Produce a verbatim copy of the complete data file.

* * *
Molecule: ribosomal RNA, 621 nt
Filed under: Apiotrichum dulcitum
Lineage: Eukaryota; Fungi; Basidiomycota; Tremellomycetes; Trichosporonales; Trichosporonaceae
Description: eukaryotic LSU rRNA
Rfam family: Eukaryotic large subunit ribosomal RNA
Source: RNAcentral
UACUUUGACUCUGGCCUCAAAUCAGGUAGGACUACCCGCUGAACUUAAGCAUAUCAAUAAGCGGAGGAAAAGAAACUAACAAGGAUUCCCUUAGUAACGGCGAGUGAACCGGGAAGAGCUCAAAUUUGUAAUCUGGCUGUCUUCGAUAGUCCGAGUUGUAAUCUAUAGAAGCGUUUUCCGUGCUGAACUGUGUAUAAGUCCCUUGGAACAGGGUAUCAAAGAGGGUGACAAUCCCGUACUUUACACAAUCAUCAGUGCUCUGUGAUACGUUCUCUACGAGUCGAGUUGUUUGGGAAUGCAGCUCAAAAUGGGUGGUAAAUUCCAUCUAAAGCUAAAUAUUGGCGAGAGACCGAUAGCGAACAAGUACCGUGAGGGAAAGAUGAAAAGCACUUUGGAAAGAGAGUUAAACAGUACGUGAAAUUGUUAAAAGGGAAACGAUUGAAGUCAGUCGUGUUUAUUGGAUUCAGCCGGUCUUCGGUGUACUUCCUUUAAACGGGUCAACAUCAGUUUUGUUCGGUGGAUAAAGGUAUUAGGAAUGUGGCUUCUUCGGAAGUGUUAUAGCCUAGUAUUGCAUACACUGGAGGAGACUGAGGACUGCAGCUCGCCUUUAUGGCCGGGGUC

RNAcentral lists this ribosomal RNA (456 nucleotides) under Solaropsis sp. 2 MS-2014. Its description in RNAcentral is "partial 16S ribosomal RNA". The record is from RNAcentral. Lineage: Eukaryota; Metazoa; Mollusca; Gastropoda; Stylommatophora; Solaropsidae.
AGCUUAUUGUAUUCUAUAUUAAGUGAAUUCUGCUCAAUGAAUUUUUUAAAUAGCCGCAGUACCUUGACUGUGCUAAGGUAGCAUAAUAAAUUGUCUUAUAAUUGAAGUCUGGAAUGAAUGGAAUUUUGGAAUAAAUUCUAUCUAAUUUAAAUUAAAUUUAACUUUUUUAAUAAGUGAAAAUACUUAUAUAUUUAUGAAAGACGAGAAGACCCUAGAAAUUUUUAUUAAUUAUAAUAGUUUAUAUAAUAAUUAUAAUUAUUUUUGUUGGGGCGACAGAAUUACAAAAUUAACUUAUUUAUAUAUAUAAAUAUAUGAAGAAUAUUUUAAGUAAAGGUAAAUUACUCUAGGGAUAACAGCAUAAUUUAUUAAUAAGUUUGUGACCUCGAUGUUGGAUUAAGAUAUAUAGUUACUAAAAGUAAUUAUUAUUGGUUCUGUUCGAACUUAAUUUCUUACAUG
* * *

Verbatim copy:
Molecule: ribosomal RNA, 621 nt
Filed under: Apiotrichum dulcitum
Lineage: Eukaryota; Fungi; Basidiomycota; Tremellomycetes; Trichosporonales; Trichosporonaceae
Description: eukaryotic LSU rRNA
Rfam family: Eukaryotic large subunit ribosomal RNA
Source: RNAcentral
UACUUUGACUCUGGCCUCAAAUCAGGUAGGACUACCCGCUGAACUUAAGCAUAUCAAUAAGCGGAGGAAAAGAAACUAACAAGGAUUCCCUUAGUAACGGCGAGUGAACCGGGAAGAGCUCAAAUUUGUAAUCUGGCUGUCUUCGAUAGUCCGAGUUGUAAUCUAUAGAAGCGUUUUCCGUGCUGAACUGUGUAUAAGUCCCUUGGAACAGGGUAUCAAAGAGGGUGACAAUCCCGUACUUUACACAAUCAUCAGUGCUCUGUGAUACGUUCUCUACGAGUCGAGUUGUUUGGGAAUGCAGCUCAAAAUGGGUGGUAAAUUCCAUCUAAAGCUAAAUAUUGGCGAGAGACCGAUAGCGAACAAGUACCGUGAGGGAAAGAUGAAAAGCACUUUGGAAAGAGAGUUAAACAGUACGUGAAAUUGUUAAAAGGGAAACGAUUGAAGUCAGUCGUGUUUAUUGGAUUCAGCCGGUCUUCGGUGUACUUCCUUUAAACGGGUCAACAUCAGUUUUGUUCGGUGGAUAAAGGUAUUAGGAAUGUGGCUUCUUCGGAAGUGUUAUAGCCUAGUAUUGCAUACACUGGAGGAGACUGAGGACUGCAGCUCGCCUUUAUGGCCGGGGUC

RNAcentral lists this ribosomal RNA (456 nucleotides) under Solaropsis sp. 2 MS-2014. Its description in RNAcentral is "partial 16S ribosomal RNA". The record is from RNAcentral. Lineage: Eukaryota; Metazoa; Mollusca; Gastropoda; Stylommatophora; Solaropsidae.
AGCUUAUUGUAUUCUAUAUUAAGUGAAUUCUGCUCAAUGAAUUUUUUAAAUAGCCGCAGUACCUUGACUGUGCUAAGGUAGCAUAAUAAAUUGUCUUAUAAUUGAAGUCUGGAAUGAAUGGAAUUUUGGAAUAAAUUCUAUCUAAUUUAAAUUAAAUUUAACUUUUUUAAUAAGUGAAAAUACUUAUAUAUUUAUGAAAGACGAGAAGACCCUAGAAAUUUUUAUUAAUUAUAAUAGUUUAUAUAAUAAUUAUAAUUAUUUUUGUUGGGGCGACAGAAUUACAAAAUUAACUUAUUUAUAUAUAUAAAUAUAUGAAGAAUAUUUUAAGUAAAGGUAAAUUACUCUAGGGAUAACAGCAUAAUUUAUUAAUAAGUUUGUGACCUCGAUGUUGGAUUAAGAUAUAUAGUUACUAAAAGUAAUUAUUAUUGGUUCUGUUCGAACUUAAUUUCUUACAUG